“You’ve got to establish that it’s something approved by the judge,” Sellers told John Singer, who testified on behalf of the Grand Jury petitioners.
The hearing Tuesday lasted more than two hours. Over 80 people crowded into the courtroom with seating for 48. Others waited in the corridor outside the courtroom.
Afterwards, Grand Jury supporters were furious at the judge’s ruling.
“It’s appalling what goes on in this county,” one woman said.
“It just shows what money can buy,” another said.
A third person called it “a ridiculous process.”
Attorney Joel Wohlgemuth, who represented District Attorney Janice Steidley, First Assistant M. Bryce Lair and civil assistant David T. Iski, said it was a “most basic element of due process.”
Steidley, Lair and Iski are three of the six targets named in the now-dismissed grand jury petition.
The original Grand Jury petition language had been approved by District Judge Richard Van Dyck ofGradyCounty. State law requires approval of petition language before it is circulated for signatures.
The Oklahoma Chief Justice had named him to handle the grand jury matter, but the full court voted 7-0 with two abstentions last Thursday to remove Van Dyck and appoint Sellers, who is the chief civil judge inTulsaCounty.
On Tuesday, Claremore Police Investigator John Singer testified that he wrote a summary for the top of the signature pages to provide the “gist of the grand jury petition.”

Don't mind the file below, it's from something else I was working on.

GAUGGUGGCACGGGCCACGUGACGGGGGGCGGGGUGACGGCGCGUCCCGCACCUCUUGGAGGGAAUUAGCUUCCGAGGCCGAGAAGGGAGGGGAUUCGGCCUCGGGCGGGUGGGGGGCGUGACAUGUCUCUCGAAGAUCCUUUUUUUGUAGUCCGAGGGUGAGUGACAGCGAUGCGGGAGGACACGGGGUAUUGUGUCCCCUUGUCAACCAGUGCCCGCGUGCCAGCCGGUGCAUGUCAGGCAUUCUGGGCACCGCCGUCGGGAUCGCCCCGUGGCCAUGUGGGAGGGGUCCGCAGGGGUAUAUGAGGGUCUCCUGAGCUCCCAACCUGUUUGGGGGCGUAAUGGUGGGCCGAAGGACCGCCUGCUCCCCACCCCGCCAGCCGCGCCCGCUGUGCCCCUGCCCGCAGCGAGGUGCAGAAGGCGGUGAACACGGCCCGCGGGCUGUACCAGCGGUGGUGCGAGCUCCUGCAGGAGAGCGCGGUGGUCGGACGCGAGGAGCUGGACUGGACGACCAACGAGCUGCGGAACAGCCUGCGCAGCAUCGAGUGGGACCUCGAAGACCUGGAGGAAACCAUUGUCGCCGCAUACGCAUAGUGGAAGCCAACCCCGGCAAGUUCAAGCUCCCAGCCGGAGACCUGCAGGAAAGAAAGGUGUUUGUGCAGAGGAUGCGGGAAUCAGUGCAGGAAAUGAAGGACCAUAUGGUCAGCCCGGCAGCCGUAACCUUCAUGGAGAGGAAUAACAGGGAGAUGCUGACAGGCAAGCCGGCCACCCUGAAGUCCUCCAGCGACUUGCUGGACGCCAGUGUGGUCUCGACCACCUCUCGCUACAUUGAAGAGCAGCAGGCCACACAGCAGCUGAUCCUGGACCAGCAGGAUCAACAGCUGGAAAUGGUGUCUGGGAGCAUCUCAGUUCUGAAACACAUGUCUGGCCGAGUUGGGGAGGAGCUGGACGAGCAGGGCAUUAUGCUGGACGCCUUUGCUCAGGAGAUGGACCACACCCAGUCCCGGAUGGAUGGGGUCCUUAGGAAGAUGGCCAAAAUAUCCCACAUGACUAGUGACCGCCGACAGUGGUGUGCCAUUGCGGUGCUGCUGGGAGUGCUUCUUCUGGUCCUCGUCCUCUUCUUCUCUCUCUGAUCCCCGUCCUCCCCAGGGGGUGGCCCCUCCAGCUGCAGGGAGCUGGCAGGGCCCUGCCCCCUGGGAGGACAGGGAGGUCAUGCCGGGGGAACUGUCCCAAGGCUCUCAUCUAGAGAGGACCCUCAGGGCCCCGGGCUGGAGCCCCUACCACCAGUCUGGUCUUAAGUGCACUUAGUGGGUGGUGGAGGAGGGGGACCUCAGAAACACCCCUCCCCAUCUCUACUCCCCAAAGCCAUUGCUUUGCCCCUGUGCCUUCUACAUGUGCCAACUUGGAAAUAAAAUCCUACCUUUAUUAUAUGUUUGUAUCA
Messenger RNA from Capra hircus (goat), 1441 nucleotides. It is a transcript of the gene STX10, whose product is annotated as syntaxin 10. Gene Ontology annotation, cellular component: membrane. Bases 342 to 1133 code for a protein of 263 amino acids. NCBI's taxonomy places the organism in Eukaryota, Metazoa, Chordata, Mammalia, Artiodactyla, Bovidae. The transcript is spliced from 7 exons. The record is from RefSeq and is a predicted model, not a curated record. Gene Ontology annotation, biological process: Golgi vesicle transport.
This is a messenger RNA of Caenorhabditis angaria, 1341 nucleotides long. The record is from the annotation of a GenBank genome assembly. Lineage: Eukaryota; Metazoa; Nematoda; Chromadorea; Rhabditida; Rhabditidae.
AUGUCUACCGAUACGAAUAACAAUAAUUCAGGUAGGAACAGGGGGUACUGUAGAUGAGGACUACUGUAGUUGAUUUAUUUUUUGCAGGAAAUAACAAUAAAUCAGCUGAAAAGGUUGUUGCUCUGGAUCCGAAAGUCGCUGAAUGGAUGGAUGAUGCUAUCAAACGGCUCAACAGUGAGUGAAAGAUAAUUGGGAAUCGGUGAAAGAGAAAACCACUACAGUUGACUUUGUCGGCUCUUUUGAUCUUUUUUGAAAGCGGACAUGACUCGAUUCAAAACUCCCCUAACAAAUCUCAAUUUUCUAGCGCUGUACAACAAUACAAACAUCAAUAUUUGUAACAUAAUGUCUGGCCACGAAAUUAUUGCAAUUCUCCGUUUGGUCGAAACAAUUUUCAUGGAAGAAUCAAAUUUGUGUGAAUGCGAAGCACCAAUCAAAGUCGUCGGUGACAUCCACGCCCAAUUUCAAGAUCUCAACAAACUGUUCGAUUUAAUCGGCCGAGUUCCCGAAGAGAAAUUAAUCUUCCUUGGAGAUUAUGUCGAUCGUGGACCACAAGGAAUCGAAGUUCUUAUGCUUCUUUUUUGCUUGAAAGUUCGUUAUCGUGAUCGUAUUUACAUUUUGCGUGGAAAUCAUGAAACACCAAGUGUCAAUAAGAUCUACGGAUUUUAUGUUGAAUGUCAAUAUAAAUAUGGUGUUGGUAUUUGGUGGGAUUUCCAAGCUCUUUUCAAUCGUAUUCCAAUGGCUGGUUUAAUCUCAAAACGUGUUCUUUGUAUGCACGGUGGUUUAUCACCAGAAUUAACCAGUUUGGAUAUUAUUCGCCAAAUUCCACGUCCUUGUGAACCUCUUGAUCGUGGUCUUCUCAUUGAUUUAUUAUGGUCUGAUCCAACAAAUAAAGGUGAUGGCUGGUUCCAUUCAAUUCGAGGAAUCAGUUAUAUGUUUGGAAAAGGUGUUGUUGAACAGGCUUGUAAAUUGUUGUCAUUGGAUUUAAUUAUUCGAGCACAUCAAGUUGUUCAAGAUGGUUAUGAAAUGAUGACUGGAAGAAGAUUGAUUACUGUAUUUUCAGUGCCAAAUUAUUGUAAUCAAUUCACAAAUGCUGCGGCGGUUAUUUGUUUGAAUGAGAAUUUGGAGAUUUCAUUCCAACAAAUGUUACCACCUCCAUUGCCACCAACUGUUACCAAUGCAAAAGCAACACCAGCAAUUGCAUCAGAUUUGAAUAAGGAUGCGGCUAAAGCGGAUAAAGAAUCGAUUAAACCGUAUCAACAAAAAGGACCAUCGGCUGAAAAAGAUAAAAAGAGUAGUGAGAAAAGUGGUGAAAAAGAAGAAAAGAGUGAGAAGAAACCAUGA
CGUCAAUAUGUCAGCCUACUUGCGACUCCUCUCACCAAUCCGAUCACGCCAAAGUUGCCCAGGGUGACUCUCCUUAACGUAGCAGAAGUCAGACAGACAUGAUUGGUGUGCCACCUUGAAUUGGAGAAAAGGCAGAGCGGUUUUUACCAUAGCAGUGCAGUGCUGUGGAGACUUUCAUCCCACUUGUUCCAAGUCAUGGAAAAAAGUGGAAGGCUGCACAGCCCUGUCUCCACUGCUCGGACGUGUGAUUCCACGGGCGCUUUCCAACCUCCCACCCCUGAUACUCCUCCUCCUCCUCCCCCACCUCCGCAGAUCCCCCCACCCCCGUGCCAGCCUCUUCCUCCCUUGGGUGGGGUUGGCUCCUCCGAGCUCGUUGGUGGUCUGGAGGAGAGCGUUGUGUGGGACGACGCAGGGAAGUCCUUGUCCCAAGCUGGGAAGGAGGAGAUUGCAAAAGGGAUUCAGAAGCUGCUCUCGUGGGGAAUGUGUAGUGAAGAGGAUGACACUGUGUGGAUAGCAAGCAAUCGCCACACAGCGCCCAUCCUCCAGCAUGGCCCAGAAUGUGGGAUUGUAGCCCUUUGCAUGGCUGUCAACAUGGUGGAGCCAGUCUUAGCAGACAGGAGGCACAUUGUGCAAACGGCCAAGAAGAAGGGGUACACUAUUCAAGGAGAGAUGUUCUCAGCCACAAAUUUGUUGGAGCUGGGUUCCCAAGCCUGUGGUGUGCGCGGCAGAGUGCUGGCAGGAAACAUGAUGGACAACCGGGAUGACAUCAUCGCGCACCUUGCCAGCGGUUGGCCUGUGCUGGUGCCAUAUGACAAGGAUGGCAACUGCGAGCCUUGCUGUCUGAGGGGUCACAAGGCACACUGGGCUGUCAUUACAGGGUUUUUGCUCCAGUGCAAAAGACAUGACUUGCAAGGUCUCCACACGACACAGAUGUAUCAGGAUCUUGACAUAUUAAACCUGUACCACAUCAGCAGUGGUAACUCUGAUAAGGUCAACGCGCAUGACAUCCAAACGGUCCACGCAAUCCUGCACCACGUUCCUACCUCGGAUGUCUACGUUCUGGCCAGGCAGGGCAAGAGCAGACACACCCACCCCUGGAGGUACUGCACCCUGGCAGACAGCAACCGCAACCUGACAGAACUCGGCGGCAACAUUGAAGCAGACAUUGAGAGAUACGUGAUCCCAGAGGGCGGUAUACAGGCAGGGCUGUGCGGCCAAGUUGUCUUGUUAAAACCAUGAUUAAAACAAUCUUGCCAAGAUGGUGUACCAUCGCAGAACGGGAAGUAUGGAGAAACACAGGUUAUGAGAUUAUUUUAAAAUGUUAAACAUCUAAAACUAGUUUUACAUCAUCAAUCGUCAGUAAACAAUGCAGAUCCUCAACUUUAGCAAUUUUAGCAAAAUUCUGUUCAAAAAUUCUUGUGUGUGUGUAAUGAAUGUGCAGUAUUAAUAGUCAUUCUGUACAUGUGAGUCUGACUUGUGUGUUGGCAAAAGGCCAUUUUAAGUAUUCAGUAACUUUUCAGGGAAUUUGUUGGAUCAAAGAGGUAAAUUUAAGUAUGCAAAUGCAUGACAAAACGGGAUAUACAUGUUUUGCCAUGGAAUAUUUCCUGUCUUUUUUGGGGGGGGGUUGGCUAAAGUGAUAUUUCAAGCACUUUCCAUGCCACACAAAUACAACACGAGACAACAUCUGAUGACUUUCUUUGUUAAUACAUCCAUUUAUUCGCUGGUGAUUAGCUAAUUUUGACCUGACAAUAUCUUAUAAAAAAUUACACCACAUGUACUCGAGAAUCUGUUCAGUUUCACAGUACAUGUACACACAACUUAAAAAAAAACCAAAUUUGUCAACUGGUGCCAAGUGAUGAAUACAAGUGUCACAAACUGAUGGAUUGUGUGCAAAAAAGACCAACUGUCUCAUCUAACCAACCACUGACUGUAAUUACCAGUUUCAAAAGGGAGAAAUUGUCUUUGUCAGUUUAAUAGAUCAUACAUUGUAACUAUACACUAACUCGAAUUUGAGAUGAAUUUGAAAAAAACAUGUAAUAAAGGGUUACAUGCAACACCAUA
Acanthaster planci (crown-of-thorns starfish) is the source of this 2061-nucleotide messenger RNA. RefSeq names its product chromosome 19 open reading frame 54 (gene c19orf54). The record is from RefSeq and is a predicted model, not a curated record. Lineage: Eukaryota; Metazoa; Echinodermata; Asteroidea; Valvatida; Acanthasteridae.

“My purpose was to provide clarity to the person providing the signature,” Singer said.
He said he emailed the summary to the Court Clerk but did not ask Judge Van Dyck for approval of the additional language.
Singer testified that his group filed only the completed signature pages with the Court Clerk’s office, discarding the original folders that contained a copy of the approved Grand Jury petition.
Singer verbally sparred with Wohlgemuth.
Wohlgemuth questioned Singer about what had been done with the folders and copies of the approved petition that Singer said had been circulated with the signature pages.
“We destroyed them because they were trash,” Singer said, drawing approving chuckles from the spectators. “We didn’t discuss the need to bring in the ink pens, either.”
However, the no-nonsense judge didn’t share the humor.
“I will look at what you circulated,” he said.
He also seemed to grow weary of Wohlgemuth’s questioning of Singer.
“Why do I care what he thinks or not?” Sellers asked Wohlgemuth.
Shortly after that, the judge called a 15 minute recess and asked a sheriff’s deputy to find chairs for the people standing.
Three representatives of the Attorney General’s office, led by Megan Tilly, were also seated at tables for attorneys in the case.
Tilly said the attorneys were there to act if the Grand Jury was empaneled. She said they had advised the petitioners but did not intend to present any legal motion.
However, George Burnett of the Attorney General’s office requested that the judge preserve the appellate right of the petitioners. The judge said the request was inappropriate.
In another twist, the judge disclosed that a relative of Claremore Police Lt. Steve Cox, another petitioner, worked for the Tulsa Countycourts.
“If she were involved in assisting, then both sides need to know that,” he said.
Singer said that a number of people had offered advice on the project, but that she was not one of them. He did not disclose who had offered advice.
Editor’s Note: Leader publishers John and Faith Wylie have done projects for the District Attorney’s Office and for Janice Steidley’s campaign through Wylie Communications, Inc., a company they own. The last paid project for the DA’s office was in May. In September they designed a campaign flyer for Steidley to distribute at the Rogers County Fair and updated the campaign website for the start of Steidley’s 2014 re-election campaign.